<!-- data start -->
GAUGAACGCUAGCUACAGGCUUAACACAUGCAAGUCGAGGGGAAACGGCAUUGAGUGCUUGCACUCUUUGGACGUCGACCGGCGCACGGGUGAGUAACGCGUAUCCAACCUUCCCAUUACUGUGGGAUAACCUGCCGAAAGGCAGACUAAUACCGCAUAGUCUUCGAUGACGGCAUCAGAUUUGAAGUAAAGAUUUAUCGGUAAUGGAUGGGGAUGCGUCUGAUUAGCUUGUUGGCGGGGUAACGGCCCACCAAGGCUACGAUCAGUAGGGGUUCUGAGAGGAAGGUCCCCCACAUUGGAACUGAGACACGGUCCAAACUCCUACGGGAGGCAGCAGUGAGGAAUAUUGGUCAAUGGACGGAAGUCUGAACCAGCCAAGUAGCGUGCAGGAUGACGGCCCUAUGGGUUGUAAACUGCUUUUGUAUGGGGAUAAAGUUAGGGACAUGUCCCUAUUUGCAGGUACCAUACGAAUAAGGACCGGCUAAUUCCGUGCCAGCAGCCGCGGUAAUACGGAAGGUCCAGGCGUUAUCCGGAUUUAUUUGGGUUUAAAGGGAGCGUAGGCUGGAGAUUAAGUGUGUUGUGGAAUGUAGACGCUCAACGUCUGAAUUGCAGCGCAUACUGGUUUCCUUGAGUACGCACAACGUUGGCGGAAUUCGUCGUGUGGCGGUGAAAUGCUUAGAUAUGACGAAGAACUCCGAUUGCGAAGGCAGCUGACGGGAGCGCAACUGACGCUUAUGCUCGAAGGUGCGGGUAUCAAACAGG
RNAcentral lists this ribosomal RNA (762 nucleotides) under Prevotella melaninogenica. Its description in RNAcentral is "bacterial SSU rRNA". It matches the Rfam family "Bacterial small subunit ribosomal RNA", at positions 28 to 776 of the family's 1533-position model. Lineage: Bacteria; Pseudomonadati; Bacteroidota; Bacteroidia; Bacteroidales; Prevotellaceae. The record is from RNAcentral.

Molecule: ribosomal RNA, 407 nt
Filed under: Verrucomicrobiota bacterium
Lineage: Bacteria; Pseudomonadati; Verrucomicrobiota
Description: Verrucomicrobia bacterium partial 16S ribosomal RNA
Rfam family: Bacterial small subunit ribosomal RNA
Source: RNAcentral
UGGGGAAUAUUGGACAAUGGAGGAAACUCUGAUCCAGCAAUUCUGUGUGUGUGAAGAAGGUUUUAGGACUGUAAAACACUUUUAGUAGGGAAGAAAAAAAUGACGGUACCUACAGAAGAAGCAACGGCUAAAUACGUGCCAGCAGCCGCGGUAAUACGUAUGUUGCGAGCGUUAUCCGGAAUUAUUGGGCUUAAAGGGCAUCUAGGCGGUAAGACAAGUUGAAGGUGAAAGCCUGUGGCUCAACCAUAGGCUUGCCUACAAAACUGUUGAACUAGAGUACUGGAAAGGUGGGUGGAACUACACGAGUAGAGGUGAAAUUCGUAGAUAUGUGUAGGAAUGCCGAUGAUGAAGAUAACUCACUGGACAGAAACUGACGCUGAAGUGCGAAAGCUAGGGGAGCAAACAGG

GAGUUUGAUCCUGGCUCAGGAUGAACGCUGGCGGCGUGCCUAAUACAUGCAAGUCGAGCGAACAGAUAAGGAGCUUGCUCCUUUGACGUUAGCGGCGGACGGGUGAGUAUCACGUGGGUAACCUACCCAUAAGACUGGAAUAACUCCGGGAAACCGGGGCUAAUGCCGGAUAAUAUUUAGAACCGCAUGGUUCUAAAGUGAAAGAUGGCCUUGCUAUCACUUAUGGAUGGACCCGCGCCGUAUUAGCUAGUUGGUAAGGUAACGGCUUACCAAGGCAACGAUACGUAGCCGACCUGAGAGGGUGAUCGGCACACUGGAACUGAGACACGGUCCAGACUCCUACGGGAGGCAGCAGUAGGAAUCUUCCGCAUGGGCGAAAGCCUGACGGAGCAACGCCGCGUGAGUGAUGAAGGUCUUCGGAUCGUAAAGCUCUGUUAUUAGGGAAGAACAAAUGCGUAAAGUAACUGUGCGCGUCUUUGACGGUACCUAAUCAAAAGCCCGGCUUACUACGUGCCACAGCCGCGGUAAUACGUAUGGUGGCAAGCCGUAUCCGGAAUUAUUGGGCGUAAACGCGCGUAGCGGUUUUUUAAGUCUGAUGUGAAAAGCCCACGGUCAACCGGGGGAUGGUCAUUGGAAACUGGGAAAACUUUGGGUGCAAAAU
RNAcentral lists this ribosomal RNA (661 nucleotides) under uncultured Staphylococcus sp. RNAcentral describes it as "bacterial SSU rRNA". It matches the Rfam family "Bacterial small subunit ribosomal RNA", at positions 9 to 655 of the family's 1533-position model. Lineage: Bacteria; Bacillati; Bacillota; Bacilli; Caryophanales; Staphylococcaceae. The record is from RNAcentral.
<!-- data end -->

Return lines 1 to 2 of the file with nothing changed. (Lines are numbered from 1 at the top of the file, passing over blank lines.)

GAUGAACGCUAGCUACAGGCUUAACACAUGCAAGUCGAGGGGAAACGGCAUUGAGUGCUUGCACUCUUUGGACGUCGACCGGCGCACGGGUGAGUAACGCGUAUCCAACCUUCCCAUUACUGUGGGAUAACCUGCCGAAAGGCAGACUAAUACCGCAUAGUCUUCGAUGACGGCAUCAGAUUUGAAGUAAAGAUUUAUCGGUAAUGGAUGGGGAUGCGUCUGAUUAGCUUGUUGGCGGGGUAACGGCCCACCAAGGCUACGAUCAGUAGGGGUUCUGAGAGGAAGGUCCCCCACAUUGGAACUGAGACACGGUCCAAACUCCUACGGGAGGCAGCAGUGAGGAAUAUUGGUCAAUGGACGGAAGUCUGAACCAGCCAAGUAGCGUGCAGGAUGACGGCCCUAUGGGUUGUAAACUGCUUUUGUAUGGGGAUAAAGUUAGGGACAUGUCCCUAUUUGCAGGUACCAUACGAAUAAGGACCGGCUAAUUCCGUGCCAGCAGCCGCGGUAAUACGGAAGGUCCAGGCGUUAUCCGGAUUUAUUUGGGUUUAAAGGGAGCGUAGGCUGGAGAUUAAGUGUGUUGUGGAAUGUAGACGCUCAACGUCUGAAUUGCAGCGCAUACUGGUUUCCUUGAGUACGCACAACGUUGGCGGAAUUCGUCGUGUGGCGGUGAAAUGCUUAGAUAUGACGAAGAACUCCGAUUGCGAAGGCAGCUGACGGGAGCGCAACUGACGCUUAUGCUCGAAGGUGCGGGUAUCAAACAGG
RNAcentral lists this ribosomal RNA (762 nucleotides) under Prevotella melaninogenica. Its description in RNAcentral is "bacterial SSU rRNA". It matches the Rfam family "Bacterial small subunit ribosomal RNA", at positions 28 to 776 of the family's 1533-position model. Lineage: Bacteria; Pseudomonadati; Bacteroidota; Bacteroidia; Bacteroidales; Prevotellaceae. The record is from RNAcentral.